In late October, I visited 766 Valencia Street in San Francisco, arriving amid a light rainstorm. The Mission smelled fresh that morning, and there was no indication that a bomb cyclone and an atmospheric river were about to collide and pummel the city. Curator and artist Shirin Makaremi met me on the sidewalk with a smile and a big hug, the kind of greeting many of us have deeply missed in the touch-starved 18 months of quarantine. I was there to talk with her and three other administrators of Incline Gallery, an art space that has not only survived a fire and the pandemic-fueled economic downturn, but is poised to support the art community as recovery continues.
Incline Gallery, SF’s Most Architecturally Unique Artist-Run Space, is Back
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Visitors know there’s something special going on as soon as they make the journey down a narrow hallway off of Valencia and through the Incline’s front door. This gallery is different from any other art space in San Francisco, even in a city of unusually laid-out parcels, pop-up spaces and apartment galleries. This is because Incline was once a mortuary, one of many in the neighborhood, a reminder of a different cultural and economic moment in the city’s history. In its former use, the gallery’s three staggered ramps made it easier to move human remains on gurneys to and from the second-floor embalming room.
Sean Quigley, the building’s master tenant and co-founder of the eclectic gift shop Paxton’s Gate, placed a Craigslist ad announcing the ramps were available as gallery space in 2009. When asked via email why he rented to gallery founders Brian Perrin and Christo Oropeza, who met as art students at San Francisco State University, Quigley says he was impressed by their artwork and their willingness to rehabilitate the building’s dated interior. The gallery officially opened in 2010, and eventually earned sustaining financial support through sources including Southern Exposure’s Alternative Exposure grant program.
Architecture that fuels artistic experiments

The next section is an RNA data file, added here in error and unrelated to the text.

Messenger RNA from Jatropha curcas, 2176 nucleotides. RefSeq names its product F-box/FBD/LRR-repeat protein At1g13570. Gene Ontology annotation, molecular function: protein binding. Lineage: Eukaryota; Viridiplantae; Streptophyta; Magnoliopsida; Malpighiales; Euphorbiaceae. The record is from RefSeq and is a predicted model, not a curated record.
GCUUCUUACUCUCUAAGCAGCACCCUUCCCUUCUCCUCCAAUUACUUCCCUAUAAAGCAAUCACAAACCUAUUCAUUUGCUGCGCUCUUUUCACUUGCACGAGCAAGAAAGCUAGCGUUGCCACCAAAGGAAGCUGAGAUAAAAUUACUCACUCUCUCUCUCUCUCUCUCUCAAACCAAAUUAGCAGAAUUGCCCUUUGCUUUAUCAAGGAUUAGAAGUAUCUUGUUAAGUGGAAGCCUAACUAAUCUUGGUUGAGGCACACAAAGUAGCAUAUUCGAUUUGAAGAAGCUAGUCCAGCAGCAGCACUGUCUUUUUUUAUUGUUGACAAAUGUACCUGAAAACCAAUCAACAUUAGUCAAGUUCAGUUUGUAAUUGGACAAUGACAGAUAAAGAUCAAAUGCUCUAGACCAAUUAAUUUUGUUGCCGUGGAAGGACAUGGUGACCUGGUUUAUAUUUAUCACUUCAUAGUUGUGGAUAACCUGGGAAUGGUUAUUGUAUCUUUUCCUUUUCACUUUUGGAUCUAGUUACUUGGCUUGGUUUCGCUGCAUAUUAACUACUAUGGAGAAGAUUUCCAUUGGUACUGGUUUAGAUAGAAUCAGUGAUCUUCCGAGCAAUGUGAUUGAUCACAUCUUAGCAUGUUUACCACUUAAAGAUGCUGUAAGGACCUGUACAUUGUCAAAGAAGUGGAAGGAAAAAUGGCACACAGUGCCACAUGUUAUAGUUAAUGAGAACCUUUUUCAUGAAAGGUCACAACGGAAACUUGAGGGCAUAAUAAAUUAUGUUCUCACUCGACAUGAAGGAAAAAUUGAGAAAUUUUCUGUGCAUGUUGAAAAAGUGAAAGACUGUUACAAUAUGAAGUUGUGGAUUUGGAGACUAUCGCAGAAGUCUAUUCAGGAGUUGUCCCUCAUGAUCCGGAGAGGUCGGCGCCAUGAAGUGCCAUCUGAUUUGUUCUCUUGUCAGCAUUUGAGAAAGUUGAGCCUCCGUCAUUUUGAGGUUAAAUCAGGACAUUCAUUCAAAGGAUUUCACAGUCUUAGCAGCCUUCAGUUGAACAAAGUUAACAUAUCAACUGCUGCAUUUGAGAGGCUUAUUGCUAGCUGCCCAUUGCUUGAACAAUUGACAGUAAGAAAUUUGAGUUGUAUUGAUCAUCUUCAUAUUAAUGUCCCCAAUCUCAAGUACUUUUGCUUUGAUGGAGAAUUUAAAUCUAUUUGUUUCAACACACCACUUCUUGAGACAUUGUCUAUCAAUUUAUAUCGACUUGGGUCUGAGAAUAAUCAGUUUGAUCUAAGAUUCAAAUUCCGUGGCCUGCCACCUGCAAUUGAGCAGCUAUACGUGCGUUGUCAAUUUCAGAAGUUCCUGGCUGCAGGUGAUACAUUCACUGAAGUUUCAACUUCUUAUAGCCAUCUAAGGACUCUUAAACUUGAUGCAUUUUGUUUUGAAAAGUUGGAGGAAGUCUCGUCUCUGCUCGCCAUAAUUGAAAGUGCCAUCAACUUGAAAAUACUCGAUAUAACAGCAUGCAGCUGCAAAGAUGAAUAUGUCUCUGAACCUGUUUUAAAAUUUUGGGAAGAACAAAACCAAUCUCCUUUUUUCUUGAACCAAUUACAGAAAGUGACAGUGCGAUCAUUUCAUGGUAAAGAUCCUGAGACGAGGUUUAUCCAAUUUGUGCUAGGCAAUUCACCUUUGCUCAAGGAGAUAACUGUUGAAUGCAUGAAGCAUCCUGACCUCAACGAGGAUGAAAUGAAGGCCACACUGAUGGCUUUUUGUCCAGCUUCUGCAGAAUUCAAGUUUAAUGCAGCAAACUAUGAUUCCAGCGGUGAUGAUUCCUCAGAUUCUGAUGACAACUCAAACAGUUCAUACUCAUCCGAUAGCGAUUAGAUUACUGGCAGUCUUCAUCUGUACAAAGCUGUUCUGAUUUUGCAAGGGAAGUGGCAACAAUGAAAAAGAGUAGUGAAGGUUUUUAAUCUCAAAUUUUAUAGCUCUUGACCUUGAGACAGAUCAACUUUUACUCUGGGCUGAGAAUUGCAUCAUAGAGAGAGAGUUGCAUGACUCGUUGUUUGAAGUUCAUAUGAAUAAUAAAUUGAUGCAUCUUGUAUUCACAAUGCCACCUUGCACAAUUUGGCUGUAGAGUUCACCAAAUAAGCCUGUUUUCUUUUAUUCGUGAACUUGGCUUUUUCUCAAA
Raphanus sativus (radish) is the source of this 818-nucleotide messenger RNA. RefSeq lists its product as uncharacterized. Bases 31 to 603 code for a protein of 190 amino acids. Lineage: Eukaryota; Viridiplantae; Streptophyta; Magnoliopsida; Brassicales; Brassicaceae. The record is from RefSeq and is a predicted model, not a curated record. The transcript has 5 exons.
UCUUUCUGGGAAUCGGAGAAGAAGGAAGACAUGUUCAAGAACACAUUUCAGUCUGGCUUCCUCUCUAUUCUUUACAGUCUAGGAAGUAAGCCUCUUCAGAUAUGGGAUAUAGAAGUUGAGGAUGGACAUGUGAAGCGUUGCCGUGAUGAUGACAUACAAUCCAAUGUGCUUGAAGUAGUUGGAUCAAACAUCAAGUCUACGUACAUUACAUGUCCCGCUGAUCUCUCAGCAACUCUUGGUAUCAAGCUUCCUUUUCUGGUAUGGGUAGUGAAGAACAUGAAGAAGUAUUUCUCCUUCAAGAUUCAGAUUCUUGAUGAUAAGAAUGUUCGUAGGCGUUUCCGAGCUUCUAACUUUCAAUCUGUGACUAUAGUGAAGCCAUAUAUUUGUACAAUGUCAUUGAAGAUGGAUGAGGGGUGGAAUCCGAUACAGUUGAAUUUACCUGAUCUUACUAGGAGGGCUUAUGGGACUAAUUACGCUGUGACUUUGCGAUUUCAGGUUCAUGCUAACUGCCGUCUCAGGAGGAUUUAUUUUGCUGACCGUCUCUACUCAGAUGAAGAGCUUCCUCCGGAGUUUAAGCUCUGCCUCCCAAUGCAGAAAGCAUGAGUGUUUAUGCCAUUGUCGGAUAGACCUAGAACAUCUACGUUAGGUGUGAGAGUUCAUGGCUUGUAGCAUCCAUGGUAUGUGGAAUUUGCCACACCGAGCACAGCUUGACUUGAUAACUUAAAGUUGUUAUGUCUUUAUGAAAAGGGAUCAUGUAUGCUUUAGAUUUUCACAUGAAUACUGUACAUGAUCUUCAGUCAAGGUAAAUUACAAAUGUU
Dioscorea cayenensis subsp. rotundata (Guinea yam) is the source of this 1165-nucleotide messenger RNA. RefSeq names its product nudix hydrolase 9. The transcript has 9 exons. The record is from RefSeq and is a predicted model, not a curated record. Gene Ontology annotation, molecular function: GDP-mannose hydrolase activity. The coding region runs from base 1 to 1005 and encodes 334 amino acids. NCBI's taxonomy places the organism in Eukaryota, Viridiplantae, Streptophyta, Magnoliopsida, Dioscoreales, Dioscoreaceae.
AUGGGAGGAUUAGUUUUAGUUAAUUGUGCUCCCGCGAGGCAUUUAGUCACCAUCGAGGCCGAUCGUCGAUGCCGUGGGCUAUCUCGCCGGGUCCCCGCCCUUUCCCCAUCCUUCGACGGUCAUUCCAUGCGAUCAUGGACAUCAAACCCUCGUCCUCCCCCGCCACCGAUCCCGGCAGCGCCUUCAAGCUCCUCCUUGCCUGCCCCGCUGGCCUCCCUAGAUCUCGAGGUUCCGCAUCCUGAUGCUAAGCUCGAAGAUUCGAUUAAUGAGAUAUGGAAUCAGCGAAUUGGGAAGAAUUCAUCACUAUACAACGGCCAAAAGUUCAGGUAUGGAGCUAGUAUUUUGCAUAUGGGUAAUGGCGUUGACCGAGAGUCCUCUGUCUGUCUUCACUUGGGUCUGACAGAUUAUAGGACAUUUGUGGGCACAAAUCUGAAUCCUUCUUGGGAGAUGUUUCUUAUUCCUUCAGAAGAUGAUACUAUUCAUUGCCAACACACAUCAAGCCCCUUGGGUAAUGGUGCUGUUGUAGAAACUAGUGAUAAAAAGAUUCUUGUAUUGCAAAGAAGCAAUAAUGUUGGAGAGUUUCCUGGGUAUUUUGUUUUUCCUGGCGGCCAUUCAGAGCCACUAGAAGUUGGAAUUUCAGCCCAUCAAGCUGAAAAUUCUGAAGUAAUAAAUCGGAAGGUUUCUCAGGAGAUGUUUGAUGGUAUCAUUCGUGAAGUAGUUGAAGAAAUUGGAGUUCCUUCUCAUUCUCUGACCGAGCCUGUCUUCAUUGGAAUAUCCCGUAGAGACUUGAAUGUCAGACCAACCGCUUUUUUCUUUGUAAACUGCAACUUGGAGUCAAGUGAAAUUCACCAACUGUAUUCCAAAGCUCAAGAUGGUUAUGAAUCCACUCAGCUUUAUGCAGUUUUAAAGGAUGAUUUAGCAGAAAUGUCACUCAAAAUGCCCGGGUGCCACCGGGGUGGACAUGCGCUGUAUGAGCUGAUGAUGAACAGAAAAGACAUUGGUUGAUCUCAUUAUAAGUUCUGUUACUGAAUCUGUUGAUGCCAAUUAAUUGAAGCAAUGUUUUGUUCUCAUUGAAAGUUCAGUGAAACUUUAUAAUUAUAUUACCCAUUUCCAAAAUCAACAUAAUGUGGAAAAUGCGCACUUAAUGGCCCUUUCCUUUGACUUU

The ramps pose a unique installation challenge for curators and artists, but they also create opportunities for experimentation. Incline Gallery’s last show before the pandemic hit, Kimberley Acebo Arteche’s solo exhibition The Curved Body of a Pixel, used the spacing (and pacing) of the ramps to create a sense of anticipation. Curator Lian Ladia and Arteche staged large framed photographs in isolation on the gallery landings, guiding audiences along a set viewing path.
The exhibition, which broadly examined technology’s effect on identity and familial relationships, included a triptych of woven photo-objects hung on the wall above the final ramp. On the approach, viewers had to look up to see the objects, and it wasn’t until one arrived on the topmost landing that the images were fully visible. This curatorial strategy effectively forced viewers to look up to the trio of diminutive Pinay matriarchs featured in the photo-objects, affording a regal stature to subjects rarely seen in Western art contexts.
The Incline Gallery crew all have memories of the creative ways artists have tackled the lack of right angles. “One exhibition that comes to mind for all of us,” notes co-founder Brian Perrin “is each rock a course love,” a 2018 show which included four handmade rakes, three custom plinths, and six tons of gravel. Artists Melissa Wyman and Michael Namkung filled the gallery with about two inches of gravel throughout, placing irregular-shaped plinths on each landing to mimic the rocks in a Japanese rock garden; the rakes allowed visitors to trace winding paths through the loose stones.